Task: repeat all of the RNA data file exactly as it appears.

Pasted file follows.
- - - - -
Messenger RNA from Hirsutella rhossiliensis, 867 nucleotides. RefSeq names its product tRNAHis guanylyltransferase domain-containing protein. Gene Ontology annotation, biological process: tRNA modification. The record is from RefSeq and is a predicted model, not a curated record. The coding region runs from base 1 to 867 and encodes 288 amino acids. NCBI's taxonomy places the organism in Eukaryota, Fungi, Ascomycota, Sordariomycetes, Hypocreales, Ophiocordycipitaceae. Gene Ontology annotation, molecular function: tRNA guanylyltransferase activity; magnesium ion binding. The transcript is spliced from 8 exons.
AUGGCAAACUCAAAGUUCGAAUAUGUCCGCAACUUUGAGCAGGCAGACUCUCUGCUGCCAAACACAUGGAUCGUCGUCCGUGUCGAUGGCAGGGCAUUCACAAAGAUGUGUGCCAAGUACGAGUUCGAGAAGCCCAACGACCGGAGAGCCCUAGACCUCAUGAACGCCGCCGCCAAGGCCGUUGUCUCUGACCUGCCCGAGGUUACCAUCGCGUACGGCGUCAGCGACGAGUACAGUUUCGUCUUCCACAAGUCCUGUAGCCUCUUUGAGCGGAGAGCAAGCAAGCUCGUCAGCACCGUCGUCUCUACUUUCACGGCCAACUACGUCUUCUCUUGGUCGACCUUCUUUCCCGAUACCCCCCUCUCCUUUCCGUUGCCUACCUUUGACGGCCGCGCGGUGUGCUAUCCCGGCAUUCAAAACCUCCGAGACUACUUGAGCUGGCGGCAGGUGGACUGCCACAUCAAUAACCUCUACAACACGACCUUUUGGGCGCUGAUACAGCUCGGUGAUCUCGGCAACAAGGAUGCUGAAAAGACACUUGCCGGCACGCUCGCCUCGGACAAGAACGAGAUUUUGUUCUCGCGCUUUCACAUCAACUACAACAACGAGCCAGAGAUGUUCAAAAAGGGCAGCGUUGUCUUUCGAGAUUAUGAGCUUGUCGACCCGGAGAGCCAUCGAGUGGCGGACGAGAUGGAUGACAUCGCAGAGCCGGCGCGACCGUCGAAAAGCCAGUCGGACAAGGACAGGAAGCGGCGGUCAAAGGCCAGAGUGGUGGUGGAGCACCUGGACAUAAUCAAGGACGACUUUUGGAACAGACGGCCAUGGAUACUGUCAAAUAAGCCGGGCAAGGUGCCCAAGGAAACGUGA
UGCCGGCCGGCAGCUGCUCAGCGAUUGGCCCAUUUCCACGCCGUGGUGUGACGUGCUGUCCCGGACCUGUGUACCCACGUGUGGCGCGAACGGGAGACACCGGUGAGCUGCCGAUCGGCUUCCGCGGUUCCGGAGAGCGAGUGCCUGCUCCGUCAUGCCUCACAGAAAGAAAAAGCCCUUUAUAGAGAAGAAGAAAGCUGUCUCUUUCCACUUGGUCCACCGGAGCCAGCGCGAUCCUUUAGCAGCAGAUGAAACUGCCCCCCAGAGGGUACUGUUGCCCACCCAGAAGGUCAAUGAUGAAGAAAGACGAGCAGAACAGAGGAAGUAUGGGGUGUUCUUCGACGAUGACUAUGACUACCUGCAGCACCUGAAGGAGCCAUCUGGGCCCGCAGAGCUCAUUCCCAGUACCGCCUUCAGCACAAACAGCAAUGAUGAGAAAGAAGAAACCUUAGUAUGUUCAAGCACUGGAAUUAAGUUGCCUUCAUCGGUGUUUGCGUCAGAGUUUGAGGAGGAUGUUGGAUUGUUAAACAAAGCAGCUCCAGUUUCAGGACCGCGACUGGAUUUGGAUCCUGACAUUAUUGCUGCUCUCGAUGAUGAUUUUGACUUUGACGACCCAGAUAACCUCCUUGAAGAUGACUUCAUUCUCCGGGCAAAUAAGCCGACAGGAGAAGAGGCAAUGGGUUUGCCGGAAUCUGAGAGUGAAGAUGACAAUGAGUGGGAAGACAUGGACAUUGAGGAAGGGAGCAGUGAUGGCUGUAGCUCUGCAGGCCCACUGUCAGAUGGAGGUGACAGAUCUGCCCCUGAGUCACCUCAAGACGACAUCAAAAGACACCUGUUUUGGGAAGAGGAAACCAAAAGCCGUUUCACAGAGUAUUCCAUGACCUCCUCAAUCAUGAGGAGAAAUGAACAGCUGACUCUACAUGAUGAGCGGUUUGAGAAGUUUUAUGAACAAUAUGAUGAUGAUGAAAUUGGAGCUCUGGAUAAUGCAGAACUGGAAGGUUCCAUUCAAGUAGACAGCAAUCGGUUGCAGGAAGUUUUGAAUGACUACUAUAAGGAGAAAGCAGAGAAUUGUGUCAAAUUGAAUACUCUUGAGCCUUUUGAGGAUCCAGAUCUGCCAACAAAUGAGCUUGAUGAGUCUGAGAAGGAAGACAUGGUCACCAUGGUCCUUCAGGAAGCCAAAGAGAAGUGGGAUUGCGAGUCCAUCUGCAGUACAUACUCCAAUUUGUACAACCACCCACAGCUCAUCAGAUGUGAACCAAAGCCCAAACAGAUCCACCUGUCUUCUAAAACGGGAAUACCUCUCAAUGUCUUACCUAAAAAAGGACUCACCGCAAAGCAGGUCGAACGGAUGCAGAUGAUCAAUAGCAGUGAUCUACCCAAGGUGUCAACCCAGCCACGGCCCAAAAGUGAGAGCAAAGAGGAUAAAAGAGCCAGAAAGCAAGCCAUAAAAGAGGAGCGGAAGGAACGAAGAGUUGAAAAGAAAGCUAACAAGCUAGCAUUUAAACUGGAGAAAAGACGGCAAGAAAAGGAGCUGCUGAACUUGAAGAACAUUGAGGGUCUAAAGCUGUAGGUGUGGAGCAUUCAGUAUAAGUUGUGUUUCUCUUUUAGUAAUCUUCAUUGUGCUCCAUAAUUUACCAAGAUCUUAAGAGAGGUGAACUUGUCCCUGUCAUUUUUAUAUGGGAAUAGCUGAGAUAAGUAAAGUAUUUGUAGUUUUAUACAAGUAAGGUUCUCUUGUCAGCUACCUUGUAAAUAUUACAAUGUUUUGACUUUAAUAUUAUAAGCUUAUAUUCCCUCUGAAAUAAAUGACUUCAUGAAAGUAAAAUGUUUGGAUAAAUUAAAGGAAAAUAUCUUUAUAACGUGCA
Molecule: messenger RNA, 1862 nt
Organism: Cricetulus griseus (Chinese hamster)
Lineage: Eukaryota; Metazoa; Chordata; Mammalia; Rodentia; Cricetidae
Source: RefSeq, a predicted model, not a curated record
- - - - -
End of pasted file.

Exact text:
Messenger RNA from Hirsutella rhossiliensis, 867 nucleotides. RefSeq names its product tRNAHis guanylyltransferase domain-containing protein. Gene Ontology annotation, biological process: tRNA modification. The record is from RefSeq and is a predicted model, not a curated record. The coding region runs from base 1 to 867 and encodes 288 amino acids. NCBI's taxonomy places the organism in Eukaryota, Fungi, Ascomycota, Sordariomycetes, Hypocreales, Ophiocordycipitaceae. Gene Ontology annotation, molecular function: tRNA guanylyltransferase activity; magnesium ion binding. The transcript is spliced from 8 exons.
AUGGCAAACUCAAAGUUCGAAUAUGUCCGCAACUUUGAGCAGGCAGACUCUCUGCUGCCAAACACAUGGAUCGUCGUCCGUGUCGAUGGCAGGGCAUUCACAAAGAUGUGUGCCAAGUACGAGUUCGAGAAGCCCAACGACCGGAGAGCCCUAGACCUCAUGAACGCCGCCGCCAAGGCCGUUGUCUCUGACCUGCCCGAGGUUACCAUCGCGUACGGCGUCAGCGACGAGUACAGUUUCGUCUUCCACAAGUCCUGUAGCCUCUUUGAGCGGAGAGCAAGCAAGCUCGUCAGCACCGUCGUCUCUACUUUCACGGCCAACUACGUCUUCUCUUGGUCGACCUUCUUUCCCGAUACCCCCCUCUCCUUUCCGUUGCCUACCUUUGACGGCCGCGCGGUGUGCUAUCCCGGCAUUCAAAACCUCCGAGACUACUUGAGCUGGCGGCAGGUGGACUGCCACAUCAAUAACCUCUACAACACGACCUUUUGGGCGCUGAUACAGCUCGGUGAUCUCGGCAACAAGGAUGCUGAAAAGACACUUGCCGGCACGCUCGCCUCGGACAAGAACGAGAUUUUGUUCUCGCGCUUUCACAUCAACUACAACAACGAGCCAGAGAUGUUCAAAAAGGGCAGCGUUGUCUUUCGAGAUUAUGAGCUUGUCGACCCGGAGAGCCAUCGAGUGGCGGACGAGAUGGAUGACAUCGCAGAGCCGGCGCGACCGUCGAAAAGCCAGUCGGACAAGGACAGGAAGCGGCGGUCAAAGGCCAGAGUGGUGGUGGAGCACCUGGACAUAAUCAAGGACGACUUUUGGAACAGACGGCCAUGGAUACUGUCAAAUAAGCCGGGCAAGGUGCCCAAGGAAACGUGA
UGCCGGCCGGCAGCUGCUCAGCGAUUGGCCCAUUUCCACGCCGUGGUGUGACGUGCUGUCCCGGACCUGUGUACCCACGUGUGGCGCGAACGGGAGACACCGGUGAGCUGCCGAUCGGCUUCCGCGGUUCCGGAGAGCGAGUGCCUGCUCCGUCAUGCCUCACAGAAAGAAAAAGCCCUUUAUAGAGAAGAAGAAAGCUGUCUCUUUCCACUUGGUCCACCGGAGCCAGCGCGAUCCUUUAGCAGCAGAUGAAACUGCCCCCCAGAGGGUACUGUUGCCCACCCAGAAGGUCAAUGAUGAAGAAAGACGAGCAGAACAGAGGAAGUAUGGGGUGUUCUUCGACGAUGACUAUGACUACCUGCAGCACCUGAAGGAGCCAUCUGGGCCCGCAGAGCUCAUUCCCAGUACCGCCUUCAGCACAAACAGCAAUGAUGAGAAAGAAGAAACCUUAGUAUGUUCAAGCACUGGAAUUAAGUUGCCUUCAUCGGUGUUUGCGUCAGAGUUUGAGGAGGAUGUUGGAUUGUUAAACAAAGCAGCUCCAGUUUCAGGACCGCGACUGGAUUUGGAUCCUGACAUUAUUGCUGCUCUCGAUGAUGAUUUUGACUUUGACGACCCAGAUAACCUCCUUGAAGAUGACUUCAUUCUCCGGGCAAAUAAGCCGACAGGAGAAGAGGCAAUGGGUUUGCCGGAAUCUGAGAGUGAAGAUGACAAUGAGUGGGAAGACAUGGACAUUGAGGAAGGGAGCAGUGAUGGCUGUAGCUCUGCAGGCCCACUGUCAGAUGGAGGUGACAGAUCUGCCCCUGAGUCACCUCAAGACGACAUCAAAAGACACCUGUUUUGGGAAGAGGAAACCAAAAGCCGUUUCACAGAGUAUUCCAUGACCUCCUCAAUCAUGAGGAGAAAUGAACAGCUGACUCUACAUGAUGAGCGGUUUGAGAAGUUUUAUGAACAAUAUGAUGAUGAUGAAAUUGGAGCUCUGGAUAAUGCAGAACUGGAAGGUUCCAUUCAAGUAGACAGCAAUCGGUUGCAGGAAGUUUUGAAUGACUACUAUAAGGAGAAAGCAGAGAAUUGUGUCAAAUUGAAUACUCUUGAGCCUUUUGAGGAUCCAGAUCUGCCAACAAAUGAGCUUGAUGAGUCUGAGAAGGAAGACAUGGUCACCAUGGUCCUUCAGGAAGCCAAAGAGAAGUGGGAUUGCGAGUCCAUCUGCAGUACAUACUCCAAUUUGUACAACCACCCACAGCUCAUCAGAUGUGAACCAAAGCCCAAACAGAUCCACCUGUCUUCUAAAACGGGAAUACCUCUCAAUGUCUUACCUAAAAAAGGACUCACCGCAAAGCAGGUCGAACGGAUGCAGAUGAUCAAUAGCAGUGAUCUACCCAAGGUGUCAACCCAGCCACGGCCCAAAAGUGAGAGCAAAGAGGAUAAAAGAGCCAGAAAGCAAGCCAUAAAAGAGGAGCGGAAGGAACGAAGAGUUGAAAAGAAAGCUAACAAGCUAGCAUUUAAACUGGAGAAAAGACGGCAAGAAAAGGAGCUGCUGAACUUGAAGAACAUUGAGGGUCUAAAGCUGUAGGUGUGGAGCAUUCAGUAUAAGUUGUGUUUCUCUUUUAGUAAUCUUCAUUGUGCUCCAUAAUUUACCAAGAUCUUAAGAGAGGUGAACUUGUCCCUGUCAUUUUUAUAUGGGAAUAGCUGAGAUAAGUAAAGUAUUUGUAGUUUUAUACAAGUAAGGUUCUCUUGUCAGCUACCUUGUAAAUAUUACAAUGUUUUGACUUUAAUAUUAUAAGCUUAUAUUCCCUCUGAAAUAAAUGACUUCAUGAAAGUAAAAUGUUUGGAUAAAUUAAAGGAAAAUAUCUUUAUAACGUGCA
Molecule: messenger RNA, 1862 nt
Organism: Cricetulus griseus (Chinese hamster)
Lineage: Eukaryota; Metazoa; Chordata; Mammalia; Rodentia; Cricetidae
Source: RefSeq, a predicted model, not a curated record